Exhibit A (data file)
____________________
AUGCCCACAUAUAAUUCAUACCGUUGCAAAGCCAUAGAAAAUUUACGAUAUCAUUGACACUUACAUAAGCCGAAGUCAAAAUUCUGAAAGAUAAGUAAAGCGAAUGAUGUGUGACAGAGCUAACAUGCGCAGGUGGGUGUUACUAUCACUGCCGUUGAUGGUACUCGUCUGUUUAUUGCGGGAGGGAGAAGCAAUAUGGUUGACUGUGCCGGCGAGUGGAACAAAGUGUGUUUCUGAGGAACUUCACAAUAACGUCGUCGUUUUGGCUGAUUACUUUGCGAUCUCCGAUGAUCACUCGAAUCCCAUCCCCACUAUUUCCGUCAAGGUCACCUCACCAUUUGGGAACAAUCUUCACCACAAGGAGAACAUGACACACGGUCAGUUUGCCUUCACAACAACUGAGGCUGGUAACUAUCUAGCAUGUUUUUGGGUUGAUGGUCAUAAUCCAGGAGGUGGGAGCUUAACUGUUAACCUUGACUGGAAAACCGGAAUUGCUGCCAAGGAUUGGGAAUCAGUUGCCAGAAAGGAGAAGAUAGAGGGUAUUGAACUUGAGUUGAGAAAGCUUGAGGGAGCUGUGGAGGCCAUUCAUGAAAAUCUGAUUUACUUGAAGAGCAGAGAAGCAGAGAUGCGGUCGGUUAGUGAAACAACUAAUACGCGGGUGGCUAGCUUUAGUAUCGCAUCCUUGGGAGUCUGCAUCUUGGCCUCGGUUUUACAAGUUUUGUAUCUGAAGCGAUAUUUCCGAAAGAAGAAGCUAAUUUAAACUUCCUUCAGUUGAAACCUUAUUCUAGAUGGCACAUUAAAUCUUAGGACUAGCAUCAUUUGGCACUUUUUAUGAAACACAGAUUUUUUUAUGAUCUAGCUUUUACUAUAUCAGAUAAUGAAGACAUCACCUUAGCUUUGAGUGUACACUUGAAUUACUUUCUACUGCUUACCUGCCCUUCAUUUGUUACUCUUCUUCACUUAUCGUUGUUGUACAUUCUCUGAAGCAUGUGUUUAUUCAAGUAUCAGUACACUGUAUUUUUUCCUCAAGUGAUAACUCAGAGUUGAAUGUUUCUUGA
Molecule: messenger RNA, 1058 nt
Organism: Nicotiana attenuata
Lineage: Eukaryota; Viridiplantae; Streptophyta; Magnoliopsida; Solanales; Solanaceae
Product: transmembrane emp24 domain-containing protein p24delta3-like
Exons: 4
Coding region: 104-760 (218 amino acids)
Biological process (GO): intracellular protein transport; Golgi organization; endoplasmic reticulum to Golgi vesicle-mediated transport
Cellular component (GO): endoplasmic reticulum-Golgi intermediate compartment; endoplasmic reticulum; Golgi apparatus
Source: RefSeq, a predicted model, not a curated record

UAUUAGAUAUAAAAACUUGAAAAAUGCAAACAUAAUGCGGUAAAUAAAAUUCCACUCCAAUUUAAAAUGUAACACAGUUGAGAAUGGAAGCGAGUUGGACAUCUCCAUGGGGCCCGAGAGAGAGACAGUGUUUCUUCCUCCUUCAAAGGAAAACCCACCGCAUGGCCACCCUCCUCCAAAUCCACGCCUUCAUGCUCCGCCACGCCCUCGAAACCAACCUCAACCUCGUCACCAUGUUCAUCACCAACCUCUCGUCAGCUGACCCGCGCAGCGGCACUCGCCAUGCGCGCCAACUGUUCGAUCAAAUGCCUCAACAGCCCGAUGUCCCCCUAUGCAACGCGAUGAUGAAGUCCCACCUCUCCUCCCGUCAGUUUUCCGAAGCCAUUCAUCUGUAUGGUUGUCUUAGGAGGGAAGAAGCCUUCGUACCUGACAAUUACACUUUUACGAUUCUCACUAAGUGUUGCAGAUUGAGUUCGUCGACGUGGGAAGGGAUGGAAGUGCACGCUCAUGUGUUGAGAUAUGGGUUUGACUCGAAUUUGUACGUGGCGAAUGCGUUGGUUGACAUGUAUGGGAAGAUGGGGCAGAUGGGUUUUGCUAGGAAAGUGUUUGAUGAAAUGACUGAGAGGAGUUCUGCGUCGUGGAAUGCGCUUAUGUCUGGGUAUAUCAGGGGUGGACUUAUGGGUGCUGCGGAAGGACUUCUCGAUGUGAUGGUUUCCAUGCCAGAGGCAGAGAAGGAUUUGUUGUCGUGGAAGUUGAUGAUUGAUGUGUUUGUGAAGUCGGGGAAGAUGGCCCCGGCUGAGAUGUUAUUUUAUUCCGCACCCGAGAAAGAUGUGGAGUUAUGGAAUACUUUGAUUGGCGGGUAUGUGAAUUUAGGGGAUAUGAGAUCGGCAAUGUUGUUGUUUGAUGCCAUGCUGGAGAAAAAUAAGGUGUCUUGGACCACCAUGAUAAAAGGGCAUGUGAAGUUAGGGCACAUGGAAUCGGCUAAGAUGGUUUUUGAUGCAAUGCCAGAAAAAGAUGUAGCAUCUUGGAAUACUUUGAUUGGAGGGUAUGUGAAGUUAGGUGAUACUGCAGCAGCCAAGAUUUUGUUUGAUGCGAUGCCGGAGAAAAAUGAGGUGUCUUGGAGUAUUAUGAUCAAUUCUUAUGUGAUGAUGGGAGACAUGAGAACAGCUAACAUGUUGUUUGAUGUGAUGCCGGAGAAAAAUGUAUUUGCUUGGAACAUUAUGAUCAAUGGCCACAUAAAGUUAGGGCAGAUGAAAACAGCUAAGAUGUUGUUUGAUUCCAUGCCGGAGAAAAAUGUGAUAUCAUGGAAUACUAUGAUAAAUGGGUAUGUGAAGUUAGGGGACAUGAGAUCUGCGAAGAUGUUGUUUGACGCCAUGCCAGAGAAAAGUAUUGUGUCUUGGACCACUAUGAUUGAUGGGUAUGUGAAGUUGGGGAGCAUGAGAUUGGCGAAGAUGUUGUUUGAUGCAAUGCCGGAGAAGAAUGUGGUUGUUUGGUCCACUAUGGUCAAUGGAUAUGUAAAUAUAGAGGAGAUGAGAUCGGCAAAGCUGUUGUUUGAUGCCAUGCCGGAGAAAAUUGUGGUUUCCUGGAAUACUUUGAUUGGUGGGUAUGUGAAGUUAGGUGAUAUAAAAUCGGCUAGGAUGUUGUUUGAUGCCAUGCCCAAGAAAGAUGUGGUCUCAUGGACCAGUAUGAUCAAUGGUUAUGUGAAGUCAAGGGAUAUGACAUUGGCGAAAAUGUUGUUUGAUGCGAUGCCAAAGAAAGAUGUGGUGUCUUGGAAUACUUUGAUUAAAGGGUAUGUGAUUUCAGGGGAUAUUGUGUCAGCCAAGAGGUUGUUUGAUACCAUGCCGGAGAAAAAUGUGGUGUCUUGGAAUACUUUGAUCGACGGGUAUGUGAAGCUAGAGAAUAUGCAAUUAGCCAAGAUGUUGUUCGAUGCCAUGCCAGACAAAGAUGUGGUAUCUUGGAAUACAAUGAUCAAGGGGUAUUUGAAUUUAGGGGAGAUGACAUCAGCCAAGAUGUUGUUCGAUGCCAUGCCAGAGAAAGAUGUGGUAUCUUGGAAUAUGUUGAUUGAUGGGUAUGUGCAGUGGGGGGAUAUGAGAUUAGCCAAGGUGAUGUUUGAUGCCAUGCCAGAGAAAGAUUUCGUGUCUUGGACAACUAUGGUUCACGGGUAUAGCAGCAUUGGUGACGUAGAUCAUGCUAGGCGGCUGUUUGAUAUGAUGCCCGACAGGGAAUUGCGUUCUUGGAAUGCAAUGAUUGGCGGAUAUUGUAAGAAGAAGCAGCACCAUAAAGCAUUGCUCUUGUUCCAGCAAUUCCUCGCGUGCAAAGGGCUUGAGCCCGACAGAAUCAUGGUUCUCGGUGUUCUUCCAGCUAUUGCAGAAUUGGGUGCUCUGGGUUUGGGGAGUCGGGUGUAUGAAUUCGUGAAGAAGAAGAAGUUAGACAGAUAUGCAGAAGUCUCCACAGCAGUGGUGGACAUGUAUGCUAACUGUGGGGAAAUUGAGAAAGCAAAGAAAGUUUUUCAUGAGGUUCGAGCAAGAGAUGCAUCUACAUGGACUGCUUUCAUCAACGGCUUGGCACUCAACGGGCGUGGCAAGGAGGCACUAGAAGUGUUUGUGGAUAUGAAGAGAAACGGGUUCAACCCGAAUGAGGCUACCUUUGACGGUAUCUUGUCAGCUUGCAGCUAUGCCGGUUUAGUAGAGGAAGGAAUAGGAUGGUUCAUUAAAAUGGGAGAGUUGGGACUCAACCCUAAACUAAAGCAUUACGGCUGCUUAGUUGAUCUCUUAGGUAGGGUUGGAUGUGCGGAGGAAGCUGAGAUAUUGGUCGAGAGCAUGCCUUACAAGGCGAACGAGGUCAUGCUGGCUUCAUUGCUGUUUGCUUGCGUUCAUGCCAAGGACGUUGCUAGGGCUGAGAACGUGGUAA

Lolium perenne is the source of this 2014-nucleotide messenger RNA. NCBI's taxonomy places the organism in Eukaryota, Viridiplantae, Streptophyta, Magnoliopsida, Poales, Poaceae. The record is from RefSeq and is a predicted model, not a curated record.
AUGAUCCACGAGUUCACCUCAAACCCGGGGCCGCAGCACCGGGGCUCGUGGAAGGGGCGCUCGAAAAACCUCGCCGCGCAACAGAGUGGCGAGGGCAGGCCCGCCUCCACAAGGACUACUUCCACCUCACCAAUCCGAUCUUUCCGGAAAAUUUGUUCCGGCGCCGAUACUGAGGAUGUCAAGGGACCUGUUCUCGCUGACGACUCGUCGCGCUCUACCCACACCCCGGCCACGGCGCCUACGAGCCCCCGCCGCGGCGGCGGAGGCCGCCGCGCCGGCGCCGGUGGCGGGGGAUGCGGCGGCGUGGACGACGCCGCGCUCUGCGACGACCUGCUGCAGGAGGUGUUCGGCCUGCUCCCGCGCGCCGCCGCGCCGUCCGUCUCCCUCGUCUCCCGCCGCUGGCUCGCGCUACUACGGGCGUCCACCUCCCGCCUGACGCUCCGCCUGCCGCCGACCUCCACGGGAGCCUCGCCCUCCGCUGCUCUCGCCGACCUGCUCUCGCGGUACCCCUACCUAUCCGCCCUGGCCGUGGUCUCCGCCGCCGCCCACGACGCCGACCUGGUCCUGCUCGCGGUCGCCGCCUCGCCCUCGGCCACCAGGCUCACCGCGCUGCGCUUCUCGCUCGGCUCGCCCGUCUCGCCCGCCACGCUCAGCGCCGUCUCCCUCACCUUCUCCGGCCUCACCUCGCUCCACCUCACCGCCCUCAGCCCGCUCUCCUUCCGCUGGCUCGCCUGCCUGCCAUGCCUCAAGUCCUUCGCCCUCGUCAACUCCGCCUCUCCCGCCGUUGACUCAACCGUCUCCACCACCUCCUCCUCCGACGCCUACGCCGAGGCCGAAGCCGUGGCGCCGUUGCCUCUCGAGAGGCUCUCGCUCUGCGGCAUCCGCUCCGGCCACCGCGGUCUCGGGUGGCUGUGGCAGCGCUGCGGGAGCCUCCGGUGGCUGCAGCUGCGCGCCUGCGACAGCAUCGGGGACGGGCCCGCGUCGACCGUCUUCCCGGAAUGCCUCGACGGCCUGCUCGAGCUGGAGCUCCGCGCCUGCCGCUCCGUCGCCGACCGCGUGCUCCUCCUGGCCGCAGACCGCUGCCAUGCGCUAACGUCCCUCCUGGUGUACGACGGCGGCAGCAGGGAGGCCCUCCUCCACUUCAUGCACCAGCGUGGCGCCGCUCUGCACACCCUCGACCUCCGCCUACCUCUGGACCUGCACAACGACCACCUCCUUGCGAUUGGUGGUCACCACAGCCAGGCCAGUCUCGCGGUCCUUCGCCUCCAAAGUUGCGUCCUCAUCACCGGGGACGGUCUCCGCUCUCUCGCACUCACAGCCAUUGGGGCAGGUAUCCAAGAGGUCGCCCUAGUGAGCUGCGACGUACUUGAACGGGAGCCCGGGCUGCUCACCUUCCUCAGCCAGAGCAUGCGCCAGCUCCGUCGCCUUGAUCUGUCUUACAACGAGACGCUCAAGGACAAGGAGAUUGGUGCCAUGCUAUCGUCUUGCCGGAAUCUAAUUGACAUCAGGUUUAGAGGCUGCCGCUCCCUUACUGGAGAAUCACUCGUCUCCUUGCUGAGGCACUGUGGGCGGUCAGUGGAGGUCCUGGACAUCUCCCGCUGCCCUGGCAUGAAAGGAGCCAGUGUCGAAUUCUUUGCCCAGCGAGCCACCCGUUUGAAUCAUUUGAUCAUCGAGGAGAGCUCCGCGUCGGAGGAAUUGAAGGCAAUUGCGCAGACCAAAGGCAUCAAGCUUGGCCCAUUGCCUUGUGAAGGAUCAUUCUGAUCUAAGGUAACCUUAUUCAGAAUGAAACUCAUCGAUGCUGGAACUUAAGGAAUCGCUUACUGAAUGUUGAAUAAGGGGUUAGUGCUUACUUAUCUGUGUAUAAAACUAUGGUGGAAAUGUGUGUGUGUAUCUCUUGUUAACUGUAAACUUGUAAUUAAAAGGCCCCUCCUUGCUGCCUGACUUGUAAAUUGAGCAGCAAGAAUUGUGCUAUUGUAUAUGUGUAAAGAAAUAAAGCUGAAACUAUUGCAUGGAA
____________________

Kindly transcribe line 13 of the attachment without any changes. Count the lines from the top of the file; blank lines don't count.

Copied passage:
AUGAUCCACGAGUUCACCUCAAACCCGGGGCCGCAGCACCGGGGCUCGUGGAAGGGGCGCUCGAAAAACCUCGCCGCGCAACAGAGUGGCGAGGGCAGGCCCGCCUCCACAAGGACUACUUCCACCUCACCAAUCCGAUCUUUCCGGAAAAUUUGUUCCGGCGCCGAUACUGAGGAUGUCAAGGGACCUGUUCUCGCUGACGACUCGUCGCGCUCUACCCACACCCCGGCCACGGCGCCUACGAGCCCCCGCCGCGGCGGCGGAGGCCGCCGCGCCGGCGCCGGUGGCGGGGGAUGCGGCGGCGUGGACGACGCCGCGCUCUGCGACGACCUGCUGCAGGAGGUGUUCGGCCUGCUCCCGCGCGCCGCCGCGCCGUCCGUCUCCCUCGUCUCCCGCCGCUGGCUCGCGCUACUACGGGCGUCCACCUCCCGCCUGACGCUCCGCCUGCCGCCGACCUCCACGGGAGCCUCGCCCUCCGCUGCUCUCGCCGACCUGCUCUCGCGGUACCCCUACCUAUCCGCCCUGGCCGUGGUCUCCGCCGCCGCCCACGACGCCGACCUGGUCCUGCUCGCGGUCGCCGCCUCGCCCUCGGCCACCAGGCUCACCGCGCUGCGCUUCUCGCUCGGCUCGCCCGUCUCGCCCGCCACGCUCAGCGCCGUCUCCCUCACCUUCUCCGGCCUCACCUCGCUCCACCUCACCGCCCUCAGCCCGCUCUCCUUCCGCUGGCUCGCCUGCCUGCCAUGCCUCAAGUCCUUCGCCCUCGUCAACUCCGCCUCUCCCGCCGUUGACUCAACCGUCUCCACCACCUCCUCCUCCGACGCCUACGCCGAGGCCGAAGCCGUGGCGCCGUUGCCUCUCGAGAGGCUCUCGCUCUGCGGCAUCCGCUCCGGCCACCGCGGUCUCGGGUGGCUGUGGCAGCGCUGCGGGAGCCUCCGGUGGCUGCAGCUGCGCGCCUGCGACAGCAUCGGGGACGGGCCCGCGUCGACCGUCUUCCCGGAAUGCCUCGACGGCCUGCUCGAGCUGGAGCUCCGCGCCUGCCGCUCCGUCGCCGACCGCGUGCUCCUCCUGGCCGCAGACCGCUGCCAUGCGCUAACGUCCCUCCUGGUGUACGACGGCGGCAGCAGGGAGGCCCUCCUCCACUUCAUGCACCAGCGUGGCGCCGCUCUGCACACCCUCGACCUCCGCCUACCUCUGGACCUGCACAACGACCACCUCCUUGCGAUUGGUGGUCACCACAGCCAGGCCAGUCUCGCGGUCCUUCGCCUCCAAAGUUGCGUCCUCAUCACCGGGGACGGUCUCCGCUCUCUCGCACUCACAGCCAUUGGGGCAGGUAUCCAAGAGGUCGCCCUAGUGAGCUGCGACGUACUUGAACGGGAGCCCGGGCUGCUCACCUUCCUCAGCCAGAGCAUGCGCCAGCUCCGUCGCCUUGAUCUGUCUUACAACGAGACGCUCAAGGACAAGGAGAUUGGUGCCAUGCUAUCGUCUUGCCGGAAUCUAAUUGACAUCAGGUUUAGAGGCUGCCGCUCCCUUACUGGAGAAUCACUCGUCUCCUUGCUGAGGCACUGUGGGCGGUCAGUGGAGGUCCUGGACAUCUCCCGCUGCCCUGGCAUGAAAGGAGCCAGUGUCGAAUUCUUUGCCCAGCGAGCCACCCGUUUGAAUCAUUUGAUCAUCGAGGAGAGCUCCGCGUCGGAGGAAUUGAAGGCAAUUGCGCAGACCAAAGGCAUCAAGCUUGGCCCAUUGCCUUGUGAAGGAUCAUUCUGAUCUAAGGUAACCUUAUUCAGAAUGAAACUCAUCGAUGCUGGAACUUAAGGAAUCGCUUACUGAAUGUUGAAUAAGGGGUUAGUGCUUACUUAUCUGUGUAUAAAACUAUGGUGGAAAUGUGUGUGUGUAUCUCUUGUUAACUGUAAACUUGUAAUUAAAAGGCCCCUCCUUGCUGCCUGACUUGUAAAUUGAGCAGCAAGAAUUGUGCUAUUGUAUAUGUGUAAAGAAAUAAAGCUGAAACUAUUGCAUGGAA